Casino executives say they do all they can to keep visitors safe, with armies of guards, networks of high-definition surveillance cameras and undercover security workers scattered throughout nearly every major attraction.

"Unless you are a complete idiot, you're not going to want to commit many crimes in or around a casino because you're going to get caught," Thompson said.

But catching a criminal isn't the same as stopping the crime.

Commissioners in Clark County, where Las Vegas is located, are weighing steps to increase safety, including installing additional cameras in public spaces and broadening the sidewalks. In October, they banned potentially dangerous objects including fireworks, knives and toy guns from the Strip.

But real guns remain permissible. Nevada's relaxed gun laws, including the ability to carry them openly, have made Las Vegas an attractive spot for shooting ranges and gun shows.

Some observers think police should step up their presence on the Strip, just as they did after three slayings in 2011.

"Clearly they should be looking into this because they have had a string of incidents now, and while they've all been random incidents, they all did happen," said David Schwartz, the Director of the Center for Gaming Research at the University of Nevada, Las Vegas.

On Thursday, police spokesman Jose Hernandez said the department had no plans to send additional officers to the Strip, noting that crime remains relatively low for a town that accommodates so many visitors each day.

But with violent crime, as with so much else in Vegas, perception may outweigh reality. As a place built on the promise of letting loose, the city must work extra hard to banish all fear of danger, said Tony Henthorne, a marketing professor at the William F. Harrah College of Hotel Administration in Las Vegas.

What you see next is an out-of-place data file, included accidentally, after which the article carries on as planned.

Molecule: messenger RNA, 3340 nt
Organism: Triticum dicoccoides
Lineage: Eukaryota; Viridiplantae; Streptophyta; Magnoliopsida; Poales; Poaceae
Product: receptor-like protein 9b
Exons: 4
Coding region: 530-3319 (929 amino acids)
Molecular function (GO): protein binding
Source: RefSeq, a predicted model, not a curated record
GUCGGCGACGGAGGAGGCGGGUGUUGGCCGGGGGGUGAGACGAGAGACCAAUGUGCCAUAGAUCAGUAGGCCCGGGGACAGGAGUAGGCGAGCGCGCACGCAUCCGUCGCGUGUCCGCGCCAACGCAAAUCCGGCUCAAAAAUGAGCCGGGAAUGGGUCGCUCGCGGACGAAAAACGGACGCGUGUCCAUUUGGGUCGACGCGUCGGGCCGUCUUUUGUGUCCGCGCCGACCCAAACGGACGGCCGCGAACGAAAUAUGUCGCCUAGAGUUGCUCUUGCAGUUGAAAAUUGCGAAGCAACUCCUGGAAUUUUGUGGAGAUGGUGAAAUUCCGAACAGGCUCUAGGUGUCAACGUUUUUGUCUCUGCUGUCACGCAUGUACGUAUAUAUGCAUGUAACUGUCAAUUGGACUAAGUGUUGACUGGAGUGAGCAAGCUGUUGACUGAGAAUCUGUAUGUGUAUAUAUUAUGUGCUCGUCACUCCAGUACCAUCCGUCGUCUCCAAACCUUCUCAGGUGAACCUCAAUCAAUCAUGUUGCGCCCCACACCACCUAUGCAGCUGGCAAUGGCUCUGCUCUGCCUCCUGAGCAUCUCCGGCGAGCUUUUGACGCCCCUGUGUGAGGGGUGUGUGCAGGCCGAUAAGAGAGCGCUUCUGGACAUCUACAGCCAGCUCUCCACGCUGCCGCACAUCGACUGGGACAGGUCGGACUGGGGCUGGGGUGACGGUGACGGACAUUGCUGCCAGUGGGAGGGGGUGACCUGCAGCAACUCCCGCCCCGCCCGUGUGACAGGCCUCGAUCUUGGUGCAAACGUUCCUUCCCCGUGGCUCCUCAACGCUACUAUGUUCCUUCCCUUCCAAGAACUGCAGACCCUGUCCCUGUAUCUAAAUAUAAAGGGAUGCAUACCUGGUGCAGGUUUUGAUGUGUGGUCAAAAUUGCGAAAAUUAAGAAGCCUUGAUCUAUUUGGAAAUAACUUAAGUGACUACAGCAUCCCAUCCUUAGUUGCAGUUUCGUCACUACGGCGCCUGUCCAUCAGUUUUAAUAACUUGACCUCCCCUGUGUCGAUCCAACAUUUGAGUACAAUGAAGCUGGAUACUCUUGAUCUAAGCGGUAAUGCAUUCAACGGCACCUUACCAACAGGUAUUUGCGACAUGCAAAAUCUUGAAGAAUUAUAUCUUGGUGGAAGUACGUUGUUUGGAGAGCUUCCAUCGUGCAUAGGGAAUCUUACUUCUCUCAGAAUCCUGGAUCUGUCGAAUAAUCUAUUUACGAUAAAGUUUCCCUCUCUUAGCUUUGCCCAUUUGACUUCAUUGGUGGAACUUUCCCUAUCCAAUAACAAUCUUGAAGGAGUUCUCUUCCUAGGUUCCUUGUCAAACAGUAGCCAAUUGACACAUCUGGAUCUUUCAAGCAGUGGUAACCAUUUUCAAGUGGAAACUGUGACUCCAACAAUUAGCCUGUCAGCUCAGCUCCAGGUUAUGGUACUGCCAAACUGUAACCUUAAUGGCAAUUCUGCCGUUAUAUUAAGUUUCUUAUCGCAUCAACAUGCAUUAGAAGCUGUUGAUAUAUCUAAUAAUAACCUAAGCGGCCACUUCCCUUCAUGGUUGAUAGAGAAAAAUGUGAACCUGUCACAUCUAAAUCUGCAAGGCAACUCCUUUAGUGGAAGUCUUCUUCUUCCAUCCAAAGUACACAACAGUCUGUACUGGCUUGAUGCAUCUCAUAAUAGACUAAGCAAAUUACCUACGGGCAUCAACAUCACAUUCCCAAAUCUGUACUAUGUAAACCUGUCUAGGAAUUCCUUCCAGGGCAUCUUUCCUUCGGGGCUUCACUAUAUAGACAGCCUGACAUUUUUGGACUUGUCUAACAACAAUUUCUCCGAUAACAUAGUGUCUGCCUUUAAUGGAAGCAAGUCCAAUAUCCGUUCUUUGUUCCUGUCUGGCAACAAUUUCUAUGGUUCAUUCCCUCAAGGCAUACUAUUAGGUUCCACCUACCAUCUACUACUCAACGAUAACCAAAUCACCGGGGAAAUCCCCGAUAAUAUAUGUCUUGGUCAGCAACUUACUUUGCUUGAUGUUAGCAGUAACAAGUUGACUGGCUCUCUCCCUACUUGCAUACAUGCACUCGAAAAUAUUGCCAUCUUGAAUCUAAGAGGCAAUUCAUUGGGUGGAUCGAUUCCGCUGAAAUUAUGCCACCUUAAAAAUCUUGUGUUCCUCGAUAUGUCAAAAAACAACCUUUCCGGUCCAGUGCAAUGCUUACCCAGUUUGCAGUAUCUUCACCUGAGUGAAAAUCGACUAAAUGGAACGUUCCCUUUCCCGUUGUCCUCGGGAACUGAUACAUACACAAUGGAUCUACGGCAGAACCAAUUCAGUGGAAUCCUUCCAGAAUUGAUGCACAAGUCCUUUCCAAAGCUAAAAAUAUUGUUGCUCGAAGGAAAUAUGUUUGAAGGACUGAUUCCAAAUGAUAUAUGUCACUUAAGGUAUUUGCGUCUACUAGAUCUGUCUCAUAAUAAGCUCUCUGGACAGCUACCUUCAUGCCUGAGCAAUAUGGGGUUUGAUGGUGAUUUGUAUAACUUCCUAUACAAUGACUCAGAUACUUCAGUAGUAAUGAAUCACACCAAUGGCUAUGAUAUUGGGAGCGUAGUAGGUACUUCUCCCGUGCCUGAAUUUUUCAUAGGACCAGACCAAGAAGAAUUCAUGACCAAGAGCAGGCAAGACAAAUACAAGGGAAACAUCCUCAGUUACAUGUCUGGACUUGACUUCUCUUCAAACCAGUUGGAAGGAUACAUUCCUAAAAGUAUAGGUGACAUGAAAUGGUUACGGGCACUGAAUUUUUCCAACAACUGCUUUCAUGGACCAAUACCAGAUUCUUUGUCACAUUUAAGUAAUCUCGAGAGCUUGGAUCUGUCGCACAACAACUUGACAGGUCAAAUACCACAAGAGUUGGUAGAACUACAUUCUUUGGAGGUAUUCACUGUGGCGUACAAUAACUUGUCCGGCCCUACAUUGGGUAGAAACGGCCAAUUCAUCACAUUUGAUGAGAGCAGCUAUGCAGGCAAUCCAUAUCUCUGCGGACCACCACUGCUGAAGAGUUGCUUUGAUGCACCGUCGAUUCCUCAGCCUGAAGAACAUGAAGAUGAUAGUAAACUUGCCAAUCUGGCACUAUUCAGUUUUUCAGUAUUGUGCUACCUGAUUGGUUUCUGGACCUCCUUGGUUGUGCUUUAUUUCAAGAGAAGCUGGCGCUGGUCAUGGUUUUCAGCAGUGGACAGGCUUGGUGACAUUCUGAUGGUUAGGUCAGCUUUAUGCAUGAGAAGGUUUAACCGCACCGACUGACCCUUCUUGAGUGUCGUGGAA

"It's important for any destination that relies on tourism for a major percentage of its income to appear safe," he said, "and also actually to be safe."

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  1. "sense of edginess with no real danger"?!

    C'mon now, Las Vegas is a place that offers alcohol and gambling 24/7, needless to mention that it also offers drugs and prostitution under the table, what could ever possibly go wrong here? Haha

    Las Vegas "come at your own risk"

  2. ive been a several time a year las vegas visitor for the last 20 years. the biggest change ive seen that makes me feel less safe has been the increase of gang like young men, roaming the strip at night in groups usually 4 to 10 strong. even if these are nice polite young men who just happen to be face and neck tatted up, they still make you feel unsafe.
    also it seems the night clubs attract a much different crowd than they did 10 years ago...they seem to cater to a much more agressive crowd than they used to...as a semi regular club goer (i used to go all the time, but the lines and bottle service make it not worth my time)i cant tell you how often you will see the stereotypical "pimp" living it up in a bottle service section with 10 to 20 young girls coming and going all night. the clubs are good with this as i guess these guys dont mind dropping 2 or 3 grand...of the money someone else earned...and these guys recruit all night long.
    also the number of working girls has reached epic numbers, at every casino...i can only assume the police really dont want to actually stop prostitution, just ticket enough of these girls that it appears they are trying...a team of cops could easily arrest a thousand girls a week....get rid of the girls, and the rapper pimps will have less reason to hang out on the strip.
    it has always seemed to me that the hotels want these girls roaming the casino at night so the mostly male customers wont feel they are at a weiner fest.
    the strip hotels and clubs have grown used to the money...and that comes with a price..
    the strip is more dangerous at night than it used to be, but without a army like police presence this is only going to get worse...
    so far it hasnt affected my desire to come to vegas, but at some point you have to weigh the odds...every one does stupid things when drinking, now you have to make sure you dont look at someone the wrong way, you have to be aware of someone following you into the bathroom, its just getting more complicated to be on guard all the time.
    i would have to say i always feel safe during the day, but at night, well now thats a different story...